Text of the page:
A “fun wine”?
That's the epithet that often adheres to Beaujolais. There are reasons. It's usually light and very fruity. It actually likes a little chill on it, making it one of the few reds that like it cooler rather than room-warmer. It's “approachable”, another wine epithet that sometimes damns with faint praise.
None of which really matters a whit. It's nice to gulp, with food or without. All Beaujolais is Burgundy, but not all Burgundy is Beaujolais. It is the proud product of the Beaujolais region, immediately south of Burgundy proper, which starts just north of Lyon and runs about 50 kilometres north to the town of Mí¢con.
The big difference between Beaujolais and the rest of Burgundy's red wines is the grape. Burgundy is pinot noir; Beaujolais is Gamay. Sometimes you'll see the term Gamay Beaujolais. Don't be fooled—it isn't Gamay, but a knockoff of Pinot Noir. Gamay's full, technical name is gamay noir í jus blanc.
The other significant difference is the winemaking process itself. With Beaujolais, it's called macération carbonique, which defines whole-berry fermentation. It means winemakers can pull off the juice with a minimum of tannin, the mouth-puckering component that causes your cheeks to implode after you drink too much big red wine. Hence the easy-to-drink aspect.
Given the huge volume of Beaujolais produced—someone once said that there's actually more Beaujolais sold worldwide than there is produced—it's something of a surprise that French law requires that Beaujolais grapes be hand-harvested. Among all French wines, only Champagne shares that quaint requirement.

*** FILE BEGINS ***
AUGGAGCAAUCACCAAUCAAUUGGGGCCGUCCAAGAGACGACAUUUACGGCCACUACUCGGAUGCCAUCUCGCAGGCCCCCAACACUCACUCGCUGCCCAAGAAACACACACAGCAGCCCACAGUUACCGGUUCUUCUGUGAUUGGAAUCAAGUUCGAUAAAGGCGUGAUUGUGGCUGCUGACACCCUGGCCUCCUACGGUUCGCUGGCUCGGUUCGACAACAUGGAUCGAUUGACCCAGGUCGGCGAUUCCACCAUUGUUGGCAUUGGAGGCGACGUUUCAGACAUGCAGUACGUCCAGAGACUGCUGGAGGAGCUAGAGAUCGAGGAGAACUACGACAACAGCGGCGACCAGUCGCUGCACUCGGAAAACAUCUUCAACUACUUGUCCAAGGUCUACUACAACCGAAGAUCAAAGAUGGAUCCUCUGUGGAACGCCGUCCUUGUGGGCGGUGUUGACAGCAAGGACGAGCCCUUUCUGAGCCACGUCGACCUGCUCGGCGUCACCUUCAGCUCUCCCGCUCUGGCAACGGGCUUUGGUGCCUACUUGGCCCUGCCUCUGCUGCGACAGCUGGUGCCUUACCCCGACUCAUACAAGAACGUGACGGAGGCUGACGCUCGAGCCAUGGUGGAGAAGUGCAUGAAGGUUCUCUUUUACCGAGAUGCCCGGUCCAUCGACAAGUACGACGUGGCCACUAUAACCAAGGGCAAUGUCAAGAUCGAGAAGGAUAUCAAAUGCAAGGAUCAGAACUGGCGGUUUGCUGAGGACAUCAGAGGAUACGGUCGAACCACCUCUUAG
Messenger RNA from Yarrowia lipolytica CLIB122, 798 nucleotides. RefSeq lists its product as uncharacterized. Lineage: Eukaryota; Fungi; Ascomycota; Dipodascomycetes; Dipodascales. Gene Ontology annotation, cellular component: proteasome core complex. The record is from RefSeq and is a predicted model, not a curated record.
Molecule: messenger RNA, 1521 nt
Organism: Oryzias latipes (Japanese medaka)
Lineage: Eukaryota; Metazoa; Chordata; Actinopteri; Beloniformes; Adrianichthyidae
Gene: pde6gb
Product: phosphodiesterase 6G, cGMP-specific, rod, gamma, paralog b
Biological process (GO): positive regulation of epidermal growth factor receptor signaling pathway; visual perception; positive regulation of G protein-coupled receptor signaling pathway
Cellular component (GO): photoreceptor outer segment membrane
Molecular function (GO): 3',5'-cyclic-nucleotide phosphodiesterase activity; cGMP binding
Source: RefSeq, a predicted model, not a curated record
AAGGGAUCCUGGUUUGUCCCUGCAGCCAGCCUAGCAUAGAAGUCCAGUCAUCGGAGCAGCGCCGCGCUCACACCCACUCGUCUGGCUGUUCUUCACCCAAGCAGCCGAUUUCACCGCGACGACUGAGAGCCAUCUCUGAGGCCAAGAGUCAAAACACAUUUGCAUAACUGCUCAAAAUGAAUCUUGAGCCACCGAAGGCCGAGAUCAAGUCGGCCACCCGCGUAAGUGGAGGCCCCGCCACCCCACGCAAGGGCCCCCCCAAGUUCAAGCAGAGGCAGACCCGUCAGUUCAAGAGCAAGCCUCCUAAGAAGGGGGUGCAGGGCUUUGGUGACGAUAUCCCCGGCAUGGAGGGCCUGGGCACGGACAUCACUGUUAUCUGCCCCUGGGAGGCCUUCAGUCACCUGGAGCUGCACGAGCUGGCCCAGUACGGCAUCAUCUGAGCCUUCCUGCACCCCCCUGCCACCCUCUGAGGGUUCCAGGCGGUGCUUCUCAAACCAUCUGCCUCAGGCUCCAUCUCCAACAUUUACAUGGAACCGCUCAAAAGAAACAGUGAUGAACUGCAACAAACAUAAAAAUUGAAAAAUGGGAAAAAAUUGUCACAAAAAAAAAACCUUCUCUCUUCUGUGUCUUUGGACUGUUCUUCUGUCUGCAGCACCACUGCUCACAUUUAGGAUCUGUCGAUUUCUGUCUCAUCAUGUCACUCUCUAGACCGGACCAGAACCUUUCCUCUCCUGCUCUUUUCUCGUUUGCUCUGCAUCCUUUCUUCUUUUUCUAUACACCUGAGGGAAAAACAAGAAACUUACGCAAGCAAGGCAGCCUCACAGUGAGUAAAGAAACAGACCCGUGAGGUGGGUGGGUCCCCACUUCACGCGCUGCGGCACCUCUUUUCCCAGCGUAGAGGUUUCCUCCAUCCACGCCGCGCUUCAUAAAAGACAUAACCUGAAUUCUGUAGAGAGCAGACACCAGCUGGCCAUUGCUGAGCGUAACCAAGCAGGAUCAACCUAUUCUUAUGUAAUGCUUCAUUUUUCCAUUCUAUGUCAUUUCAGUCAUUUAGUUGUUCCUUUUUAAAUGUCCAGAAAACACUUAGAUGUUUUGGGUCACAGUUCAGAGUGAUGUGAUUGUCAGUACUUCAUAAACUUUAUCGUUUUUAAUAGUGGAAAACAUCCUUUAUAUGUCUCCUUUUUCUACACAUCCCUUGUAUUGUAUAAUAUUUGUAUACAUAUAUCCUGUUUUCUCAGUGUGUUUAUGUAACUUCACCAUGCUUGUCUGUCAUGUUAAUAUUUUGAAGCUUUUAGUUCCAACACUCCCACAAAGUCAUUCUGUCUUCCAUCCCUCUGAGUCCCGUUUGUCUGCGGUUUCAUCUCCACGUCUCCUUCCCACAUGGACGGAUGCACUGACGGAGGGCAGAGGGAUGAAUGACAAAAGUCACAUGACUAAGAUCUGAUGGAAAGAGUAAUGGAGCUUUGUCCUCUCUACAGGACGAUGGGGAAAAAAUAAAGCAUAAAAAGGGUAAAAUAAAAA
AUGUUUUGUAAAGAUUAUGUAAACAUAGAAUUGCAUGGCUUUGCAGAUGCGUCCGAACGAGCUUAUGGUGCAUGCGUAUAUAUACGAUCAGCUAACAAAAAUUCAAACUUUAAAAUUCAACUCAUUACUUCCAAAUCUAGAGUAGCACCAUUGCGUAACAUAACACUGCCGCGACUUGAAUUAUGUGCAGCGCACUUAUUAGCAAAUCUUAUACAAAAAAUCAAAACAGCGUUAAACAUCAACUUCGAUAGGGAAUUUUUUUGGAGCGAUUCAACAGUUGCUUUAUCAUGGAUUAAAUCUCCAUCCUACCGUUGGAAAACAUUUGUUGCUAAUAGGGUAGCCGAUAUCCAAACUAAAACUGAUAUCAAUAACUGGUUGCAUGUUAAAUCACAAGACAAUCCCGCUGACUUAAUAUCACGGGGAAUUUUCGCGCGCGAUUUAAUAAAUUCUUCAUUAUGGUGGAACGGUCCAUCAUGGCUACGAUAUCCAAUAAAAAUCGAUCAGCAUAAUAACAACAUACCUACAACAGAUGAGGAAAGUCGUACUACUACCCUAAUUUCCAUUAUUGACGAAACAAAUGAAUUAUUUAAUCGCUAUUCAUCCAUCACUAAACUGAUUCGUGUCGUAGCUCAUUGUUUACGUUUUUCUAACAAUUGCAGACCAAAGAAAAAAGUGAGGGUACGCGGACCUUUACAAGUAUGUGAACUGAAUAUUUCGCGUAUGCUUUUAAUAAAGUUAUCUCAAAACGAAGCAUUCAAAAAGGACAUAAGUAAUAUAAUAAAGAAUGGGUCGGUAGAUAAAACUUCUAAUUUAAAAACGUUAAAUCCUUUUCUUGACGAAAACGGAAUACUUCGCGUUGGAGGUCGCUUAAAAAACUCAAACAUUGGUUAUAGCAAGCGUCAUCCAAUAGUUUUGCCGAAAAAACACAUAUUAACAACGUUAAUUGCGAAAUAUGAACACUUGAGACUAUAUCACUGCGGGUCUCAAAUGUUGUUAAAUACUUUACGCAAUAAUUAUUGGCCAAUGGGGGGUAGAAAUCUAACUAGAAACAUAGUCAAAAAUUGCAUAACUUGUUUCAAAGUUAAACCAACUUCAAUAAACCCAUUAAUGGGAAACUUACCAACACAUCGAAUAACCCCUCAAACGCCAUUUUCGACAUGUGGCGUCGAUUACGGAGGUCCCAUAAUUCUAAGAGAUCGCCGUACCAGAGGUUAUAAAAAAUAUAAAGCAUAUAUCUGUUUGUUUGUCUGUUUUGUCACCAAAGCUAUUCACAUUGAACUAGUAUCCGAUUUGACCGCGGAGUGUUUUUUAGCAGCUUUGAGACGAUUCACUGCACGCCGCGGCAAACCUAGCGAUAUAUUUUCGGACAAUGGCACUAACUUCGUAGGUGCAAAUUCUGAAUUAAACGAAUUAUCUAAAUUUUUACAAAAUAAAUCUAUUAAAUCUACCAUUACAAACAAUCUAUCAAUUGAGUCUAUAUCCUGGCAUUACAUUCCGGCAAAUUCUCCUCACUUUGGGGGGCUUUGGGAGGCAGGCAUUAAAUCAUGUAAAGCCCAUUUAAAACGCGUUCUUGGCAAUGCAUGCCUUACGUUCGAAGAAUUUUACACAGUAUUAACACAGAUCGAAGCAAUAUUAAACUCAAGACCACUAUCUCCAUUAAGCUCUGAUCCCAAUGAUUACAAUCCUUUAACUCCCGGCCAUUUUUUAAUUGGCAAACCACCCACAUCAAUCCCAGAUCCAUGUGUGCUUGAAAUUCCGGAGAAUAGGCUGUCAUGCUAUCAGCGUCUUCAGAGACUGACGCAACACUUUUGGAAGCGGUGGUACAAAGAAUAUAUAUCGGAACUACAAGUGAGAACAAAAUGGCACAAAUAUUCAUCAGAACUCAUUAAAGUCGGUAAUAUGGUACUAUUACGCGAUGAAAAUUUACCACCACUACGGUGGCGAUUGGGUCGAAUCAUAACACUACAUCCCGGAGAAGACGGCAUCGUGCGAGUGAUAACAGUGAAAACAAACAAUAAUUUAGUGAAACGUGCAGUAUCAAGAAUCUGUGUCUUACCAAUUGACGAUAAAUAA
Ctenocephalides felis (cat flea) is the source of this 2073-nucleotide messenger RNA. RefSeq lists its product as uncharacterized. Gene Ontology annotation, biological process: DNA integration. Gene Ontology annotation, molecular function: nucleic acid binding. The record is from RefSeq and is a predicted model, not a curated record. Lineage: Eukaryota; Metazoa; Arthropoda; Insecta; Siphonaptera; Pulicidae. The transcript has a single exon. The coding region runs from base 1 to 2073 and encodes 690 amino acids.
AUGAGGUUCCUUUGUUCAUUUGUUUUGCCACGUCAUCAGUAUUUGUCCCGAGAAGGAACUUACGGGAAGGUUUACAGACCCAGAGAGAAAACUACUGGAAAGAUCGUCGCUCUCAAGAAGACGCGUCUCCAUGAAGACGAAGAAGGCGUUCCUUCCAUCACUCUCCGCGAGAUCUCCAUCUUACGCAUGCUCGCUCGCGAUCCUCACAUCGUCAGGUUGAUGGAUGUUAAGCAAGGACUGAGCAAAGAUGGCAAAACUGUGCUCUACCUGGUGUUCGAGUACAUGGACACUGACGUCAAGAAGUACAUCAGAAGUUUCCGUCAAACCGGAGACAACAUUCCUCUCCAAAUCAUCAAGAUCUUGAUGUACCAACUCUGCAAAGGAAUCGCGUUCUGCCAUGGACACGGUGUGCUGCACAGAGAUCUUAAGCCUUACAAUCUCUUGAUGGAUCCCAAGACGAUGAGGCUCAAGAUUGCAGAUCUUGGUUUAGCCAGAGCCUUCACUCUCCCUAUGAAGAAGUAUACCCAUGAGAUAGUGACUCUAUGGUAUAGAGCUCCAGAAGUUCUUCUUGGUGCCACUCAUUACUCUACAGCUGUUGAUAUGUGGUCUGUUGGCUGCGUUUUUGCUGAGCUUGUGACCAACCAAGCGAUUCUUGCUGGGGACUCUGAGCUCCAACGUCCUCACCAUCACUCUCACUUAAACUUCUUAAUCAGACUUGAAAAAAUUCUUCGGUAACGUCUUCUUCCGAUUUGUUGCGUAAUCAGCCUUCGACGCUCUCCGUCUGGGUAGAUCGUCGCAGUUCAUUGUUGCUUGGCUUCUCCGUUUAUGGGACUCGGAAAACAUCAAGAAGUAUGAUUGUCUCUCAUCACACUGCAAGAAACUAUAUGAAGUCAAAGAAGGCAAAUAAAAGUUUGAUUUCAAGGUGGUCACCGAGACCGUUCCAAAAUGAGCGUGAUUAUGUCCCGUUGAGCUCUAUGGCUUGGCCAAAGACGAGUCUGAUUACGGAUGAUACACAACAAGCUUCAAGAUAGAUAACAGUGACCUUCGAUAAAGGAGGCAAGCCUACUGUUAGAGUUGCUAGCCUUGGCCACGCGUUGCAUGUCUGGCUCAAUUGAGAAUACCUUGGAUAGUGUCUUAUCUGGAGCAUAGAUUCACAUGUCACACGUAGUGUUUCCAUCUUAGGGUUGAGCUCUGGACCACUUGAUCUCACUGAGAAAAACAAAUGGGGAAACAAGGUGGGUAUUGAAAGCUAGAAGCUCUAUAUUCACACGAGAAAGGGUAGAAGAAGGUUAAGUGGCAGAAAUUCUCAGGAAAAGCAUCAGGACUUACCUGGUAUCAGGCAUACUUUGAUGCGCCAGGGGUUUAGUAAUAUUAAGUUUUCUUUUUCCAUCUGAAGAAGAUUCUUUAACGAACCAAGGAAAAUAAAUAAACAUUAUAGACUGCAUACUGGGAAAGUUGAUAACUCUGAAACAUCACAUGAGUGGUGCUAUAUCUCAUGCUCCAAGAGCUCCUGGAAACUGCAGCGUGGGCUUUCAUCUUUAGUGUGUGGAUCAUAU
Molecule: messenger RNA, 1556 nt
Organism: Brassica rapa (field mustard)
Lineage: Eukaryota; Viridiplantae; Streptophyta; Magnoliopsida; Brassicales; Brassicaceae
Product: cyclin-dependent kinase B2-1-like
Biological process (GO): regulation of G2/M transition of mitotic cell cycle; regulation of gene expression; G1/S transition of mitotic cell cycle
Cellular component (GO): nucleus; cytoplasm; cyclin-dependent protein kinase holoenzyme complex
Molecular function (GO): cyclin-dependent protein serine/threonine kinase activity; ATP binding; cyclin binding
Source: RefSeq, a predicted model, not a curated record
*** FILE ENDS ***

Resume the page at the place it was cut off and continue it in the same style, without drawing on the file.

Drink it young—it doesn't keep very long, not even the top tier. Here are the tiers, bottom to top: Beaujolais Primeur (or Nouveau), the basic Beaujolais, Beaujolais Supérieur, Beaujolais-Villages, and Beaujolais Cru.
Beaujolais-Villages is a collection of about 40 villages in the northern part of the region claiming superior vineyard sites. Of those, 10 individual crus fetch top honours and correspondingly higher prices. Here they are: Brouilly, Chénas, Chiroubles, Cí´te de Brouilly, Fleurie, Juliénas, Morgon, Moulin-í -Vent, Régnié, and Saint-Amour. Of those, Moulin-í -Vent, Morgon, and Chénas are the crí¨me de la crí¨me, and are considered the most full-bodied and longest-lasting.
The Romans get credit for starting things: there are remnants of Roman vineyards in the Morgon area. There's fanciful history involving the two 14th-century Philippes (the Bold, who outlawed Gamay cultivation, and the Good, who upheld the ban and caused Gamay plantings to move southward to where they flourish today). And there's also the infamous vin de merde court case in the early part of this decade, but that's another story; we've got Beaujolais to taste.
Curiously enough, we start with a “vintage” Beaujolais Nouveau, an active oxymoron but there it was, still listed by the LDB. Two bottles were hiding in the Burnaby North store and I drove out to get them, just to see. Nouveau is the six-week-old wine that hits, often with a hangover-inducing thud, in mid November. If you haven't drunk it by Christmas, it goes into the pot roast. This one, Mommessin Beaujolais-Villages Nouveau 2008, came in a plastic PET bottle and was discounted to $10. Worth half that, easily! There was still a hint of freshness in the aroma, but it collapsed into astringent raspberry vinegar when it hit the tongue. So that's what happens to Nouveau when you forget about it, under the stairs.